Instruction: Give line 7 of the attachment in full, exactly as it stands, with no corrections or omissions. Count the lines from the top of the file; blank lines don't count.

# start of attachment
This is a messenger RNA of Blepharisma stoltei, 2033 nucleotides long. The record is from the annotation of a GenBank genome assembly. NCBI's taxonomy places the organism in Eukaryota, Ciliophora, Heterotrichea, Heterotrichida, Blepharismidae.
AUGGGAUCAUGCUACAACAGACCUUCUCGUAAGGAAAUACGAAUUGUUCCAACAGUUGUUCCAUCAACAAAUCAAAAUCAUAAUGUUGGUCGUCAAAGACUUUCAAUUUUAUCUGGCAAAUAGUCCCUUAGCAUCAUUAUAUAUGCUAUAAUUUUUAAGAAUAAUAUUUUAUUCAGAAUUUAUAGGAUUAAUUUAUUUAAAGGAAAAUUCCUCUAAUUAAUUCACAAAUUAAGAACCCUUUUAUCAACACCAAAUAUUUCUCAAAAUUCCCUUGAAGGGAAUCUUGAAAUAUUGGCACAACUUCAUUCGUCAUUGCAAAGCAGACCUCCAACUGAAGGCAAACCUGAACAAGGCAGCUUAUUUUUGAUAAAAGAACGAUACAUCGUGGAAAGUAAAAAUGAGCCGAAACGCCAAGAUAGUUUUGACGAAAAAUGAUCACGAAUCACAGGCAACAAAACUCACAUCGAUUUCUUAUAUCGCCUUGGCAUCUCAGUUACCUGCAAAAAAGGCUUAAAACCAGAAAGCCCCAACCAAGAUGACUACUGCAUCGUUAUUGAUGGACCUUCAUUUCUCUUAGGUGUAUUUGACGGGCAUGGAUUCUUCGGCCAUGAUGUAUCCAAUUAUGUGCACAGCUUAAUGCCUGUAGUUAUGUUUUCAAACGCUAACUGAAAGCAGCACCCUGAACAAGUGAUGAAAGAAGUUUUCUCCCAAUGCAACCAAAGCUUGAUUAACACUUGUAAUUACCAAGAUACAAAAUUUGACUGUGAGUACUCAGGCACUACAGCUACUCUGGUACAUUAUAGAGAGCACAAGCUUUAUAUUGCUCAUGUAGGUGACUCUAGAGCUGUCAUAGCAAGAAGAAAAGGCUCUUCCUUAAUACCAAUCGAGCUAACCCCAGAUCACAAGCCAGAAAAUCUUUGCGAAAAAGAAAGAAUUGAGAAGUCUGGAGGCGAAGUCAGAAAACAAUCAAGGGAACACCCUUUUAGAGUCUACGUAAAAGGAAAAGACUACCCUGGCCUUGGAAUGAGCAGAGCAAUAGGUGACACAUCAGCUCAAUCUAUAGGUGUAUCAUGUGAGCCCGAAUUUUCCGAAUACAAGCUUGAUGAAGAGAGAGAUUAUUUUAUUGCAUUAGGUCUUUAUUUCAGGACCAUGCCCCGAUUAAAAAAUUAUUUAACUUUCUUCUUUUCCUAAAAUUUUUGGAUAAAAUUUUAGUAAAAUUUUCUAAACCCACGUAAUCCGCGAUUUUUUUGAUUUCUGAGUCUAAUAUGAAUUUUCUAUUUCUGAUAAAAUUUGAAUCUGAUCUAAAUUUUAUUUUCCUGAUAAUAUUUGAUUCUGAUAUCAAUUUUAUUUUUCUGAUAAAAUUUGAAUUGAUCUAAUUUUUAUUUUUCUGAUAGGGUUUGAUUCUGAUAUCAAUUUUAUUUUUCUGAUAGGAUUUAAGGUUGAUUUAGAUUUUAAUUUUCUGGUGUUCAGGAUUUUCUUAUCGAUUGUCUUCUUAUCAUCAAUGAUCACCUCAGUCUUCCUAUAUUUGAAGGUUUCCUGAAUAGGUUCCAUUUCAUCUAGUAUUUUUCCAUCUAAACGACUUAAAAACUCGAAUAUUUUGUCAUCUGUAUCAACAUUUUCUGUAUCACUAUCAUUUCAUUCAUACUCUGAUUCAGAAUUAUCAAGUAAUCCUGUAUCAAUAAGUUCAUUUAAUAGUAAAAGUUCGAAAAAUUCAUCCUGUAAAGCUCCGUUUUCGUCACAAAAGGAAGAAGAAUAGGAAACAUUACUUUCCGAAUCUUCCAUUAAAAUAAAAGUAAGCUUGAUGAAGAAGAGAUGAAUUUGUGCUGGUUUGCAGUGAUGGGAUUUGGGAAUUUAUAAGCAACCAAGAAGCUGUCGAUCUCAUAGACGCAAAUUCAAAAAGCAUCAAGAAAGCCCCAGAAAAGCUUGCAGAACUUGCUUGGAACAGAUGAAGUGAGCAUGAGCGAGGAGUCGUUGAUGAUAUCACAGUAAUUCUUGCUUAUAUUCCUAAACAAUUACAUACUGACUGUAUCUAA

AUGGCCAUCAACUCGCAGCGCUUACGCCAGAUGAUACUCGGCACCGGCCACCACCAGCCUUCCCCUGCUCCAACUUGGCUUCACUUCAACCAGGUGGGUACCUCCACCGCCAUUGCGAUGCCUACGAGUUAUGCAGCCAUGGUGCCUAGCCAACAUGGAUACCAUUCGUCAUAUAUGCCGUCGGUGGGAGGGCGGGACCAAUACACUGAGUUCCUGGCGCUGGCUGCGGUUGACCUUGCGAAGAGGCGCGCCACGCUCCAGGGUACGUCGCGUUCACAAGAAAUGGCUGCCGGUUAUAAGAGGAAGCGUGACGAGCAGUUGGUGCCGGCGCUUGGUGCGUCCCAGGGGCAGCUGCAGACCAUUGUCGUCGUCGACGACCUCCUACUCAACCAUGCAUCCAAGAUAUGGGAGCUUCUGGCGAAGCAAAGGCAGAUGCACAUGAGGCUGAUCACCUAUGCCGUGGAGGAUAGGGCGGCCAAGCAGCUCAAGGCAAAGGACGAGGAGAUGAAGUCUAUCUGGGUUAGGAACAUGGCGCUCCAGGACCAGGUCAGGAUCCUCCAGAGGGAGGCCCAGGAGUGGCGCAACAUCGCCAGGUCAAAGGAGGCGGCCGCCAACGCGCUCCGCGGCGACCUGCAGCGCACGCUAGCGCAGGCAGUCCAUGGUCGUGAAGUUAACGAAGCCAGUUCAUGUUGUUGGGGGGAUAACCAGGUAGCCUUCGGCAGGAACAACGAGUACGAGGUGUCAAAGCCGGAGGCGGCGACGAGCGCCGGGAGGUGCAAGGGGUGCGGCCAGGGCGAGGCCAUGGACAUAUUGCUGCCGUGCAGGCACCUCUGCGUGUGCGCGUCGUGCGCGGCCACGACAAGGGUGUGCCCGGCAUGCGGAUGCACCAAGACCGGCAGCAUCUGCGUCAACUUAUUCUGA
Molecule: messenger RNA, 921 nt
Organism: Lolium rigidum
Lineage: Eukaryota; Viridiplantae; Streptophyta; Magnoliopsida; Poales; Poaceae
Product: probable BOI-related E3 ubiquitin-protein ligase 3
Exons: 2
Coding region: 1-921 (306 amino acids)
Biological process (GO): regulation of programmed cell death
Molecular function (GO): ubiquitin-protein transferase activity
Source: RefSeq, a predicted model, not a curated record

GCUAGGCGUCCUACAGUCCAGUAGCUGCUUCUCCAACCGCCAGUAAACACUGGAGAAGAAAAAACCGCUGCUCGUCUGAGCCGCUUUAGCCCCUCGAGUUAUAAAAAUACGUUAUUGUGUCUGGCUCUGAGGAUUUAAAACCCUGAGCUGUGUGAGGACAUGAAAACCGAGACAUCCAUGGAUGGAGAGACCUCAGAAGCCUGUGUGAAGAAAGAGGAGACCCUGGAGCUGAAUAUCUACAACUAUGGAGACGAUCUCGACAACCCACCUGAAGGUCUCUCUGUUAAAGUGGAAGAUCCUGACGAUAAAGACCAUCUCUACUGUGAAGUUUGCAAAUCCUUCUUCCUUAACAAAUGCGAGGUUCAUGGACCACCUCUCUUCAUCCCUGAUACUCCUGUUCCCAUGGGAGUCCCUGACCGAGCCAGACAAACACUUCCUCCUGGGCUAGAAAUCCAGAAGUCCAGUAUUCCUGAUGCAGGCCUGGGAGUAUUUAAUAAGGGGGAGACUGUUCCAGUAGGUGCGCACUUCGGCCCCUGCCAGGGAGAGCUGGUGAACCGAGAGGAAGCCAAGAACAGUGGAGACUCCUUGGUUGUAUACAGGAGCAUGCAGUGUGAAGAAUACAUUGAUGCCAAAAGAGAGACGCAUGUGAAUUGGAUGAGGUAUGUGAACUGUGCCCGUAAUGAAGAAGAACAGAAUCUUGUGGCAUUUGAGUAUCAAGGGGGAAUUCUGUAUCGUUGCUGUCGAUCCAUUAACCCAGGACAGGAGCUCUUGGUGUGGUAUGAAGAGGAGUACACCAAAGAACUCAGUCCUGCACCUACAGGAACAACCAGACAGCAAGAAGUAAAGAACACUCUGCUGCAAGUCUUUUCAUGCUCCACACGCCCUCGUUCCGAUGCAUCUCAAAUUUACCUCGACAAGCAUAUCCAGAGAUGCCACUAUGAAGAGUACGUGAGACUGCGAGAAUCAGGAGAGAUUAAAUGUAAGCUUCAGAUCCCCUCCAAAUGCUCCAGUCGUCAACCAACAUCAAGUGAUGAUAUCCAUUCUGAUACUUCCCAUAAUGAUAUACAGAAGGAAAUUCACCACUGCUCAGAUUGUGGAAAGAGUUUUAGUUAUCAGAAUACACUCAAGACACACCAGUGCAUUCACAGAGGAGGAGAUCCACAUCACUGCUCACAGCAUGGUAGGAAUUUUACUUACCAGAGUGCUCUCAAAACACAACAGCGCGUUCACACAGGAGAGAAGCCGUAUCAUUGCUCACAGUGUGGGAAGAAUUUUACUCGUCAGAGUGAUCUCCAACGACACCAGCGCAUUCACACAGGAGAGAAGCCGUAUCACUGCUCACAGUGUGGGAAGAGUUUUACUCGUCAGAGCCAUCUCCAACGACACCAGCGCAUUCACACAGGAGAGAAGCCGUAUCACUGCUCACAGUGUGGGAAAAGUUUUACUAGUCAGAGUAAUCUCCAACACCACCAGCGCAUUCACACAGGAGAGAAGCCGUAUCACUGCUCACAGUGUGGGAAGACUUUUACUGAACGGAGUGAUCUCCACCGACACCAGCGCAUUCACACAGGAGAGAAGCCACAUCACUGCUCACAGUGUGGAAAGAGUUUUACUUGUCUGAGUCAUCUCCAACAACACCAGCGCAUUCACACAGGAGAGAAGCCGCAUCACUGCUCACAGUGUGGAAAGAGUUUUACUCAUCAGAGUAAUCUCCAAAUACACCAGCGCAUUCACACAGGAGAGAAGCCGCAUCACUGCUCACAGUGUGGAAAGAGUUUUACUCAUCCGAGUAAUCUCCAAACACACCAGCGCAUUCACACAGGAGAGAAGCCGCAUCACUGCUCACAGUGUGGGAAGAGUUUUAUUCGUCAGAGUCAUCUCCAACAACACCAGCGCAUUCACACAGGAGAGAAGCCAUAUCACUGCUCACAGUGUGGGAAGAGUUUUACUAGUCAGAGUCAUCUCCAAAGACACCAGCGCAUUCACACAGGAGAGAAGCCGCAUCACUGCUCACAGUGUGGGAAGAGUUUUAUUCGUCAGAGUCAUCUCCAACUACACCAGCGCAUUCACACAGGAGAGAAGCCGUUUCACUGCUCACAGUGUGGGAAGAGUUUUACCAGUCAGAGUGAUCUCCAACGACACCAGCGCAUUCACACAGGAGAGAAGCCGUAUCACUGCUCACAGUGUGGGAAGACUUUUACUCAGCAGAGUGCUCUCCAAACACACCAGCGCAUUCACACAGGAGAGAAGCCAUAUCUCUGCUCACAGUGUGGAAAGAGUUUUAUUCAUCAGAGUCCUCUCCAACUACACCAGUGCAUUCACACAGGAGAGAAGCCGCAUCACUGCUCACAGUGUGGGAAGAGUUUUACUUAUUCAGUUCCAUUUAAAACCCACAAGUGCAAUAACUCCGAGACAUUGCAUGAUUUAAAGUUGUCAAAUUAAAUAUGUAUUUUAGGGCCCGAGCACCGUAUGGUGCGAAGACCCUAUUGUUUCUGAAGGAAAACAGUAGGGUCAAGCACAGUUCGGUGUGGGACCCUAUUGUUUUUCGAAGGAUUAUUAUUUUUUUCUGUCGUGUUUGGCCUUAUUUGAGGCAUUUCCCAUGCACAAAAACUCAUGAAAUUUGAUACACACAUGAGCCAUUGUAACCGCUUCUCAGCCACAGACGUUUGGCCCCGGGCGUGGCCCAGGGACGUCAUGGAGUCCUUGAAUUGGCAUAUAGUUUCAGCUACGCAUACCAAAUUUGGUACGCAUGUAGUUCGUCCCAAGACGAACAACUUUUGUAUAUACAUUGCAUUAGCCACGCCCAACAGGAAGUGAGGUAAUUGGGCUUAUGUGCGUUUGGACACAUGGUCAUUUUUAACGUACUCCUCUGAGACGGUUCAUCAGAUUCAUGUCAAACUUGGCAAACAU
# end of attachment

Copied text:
Product: probable BOI-related E3 ubiquitin-protein ligase 3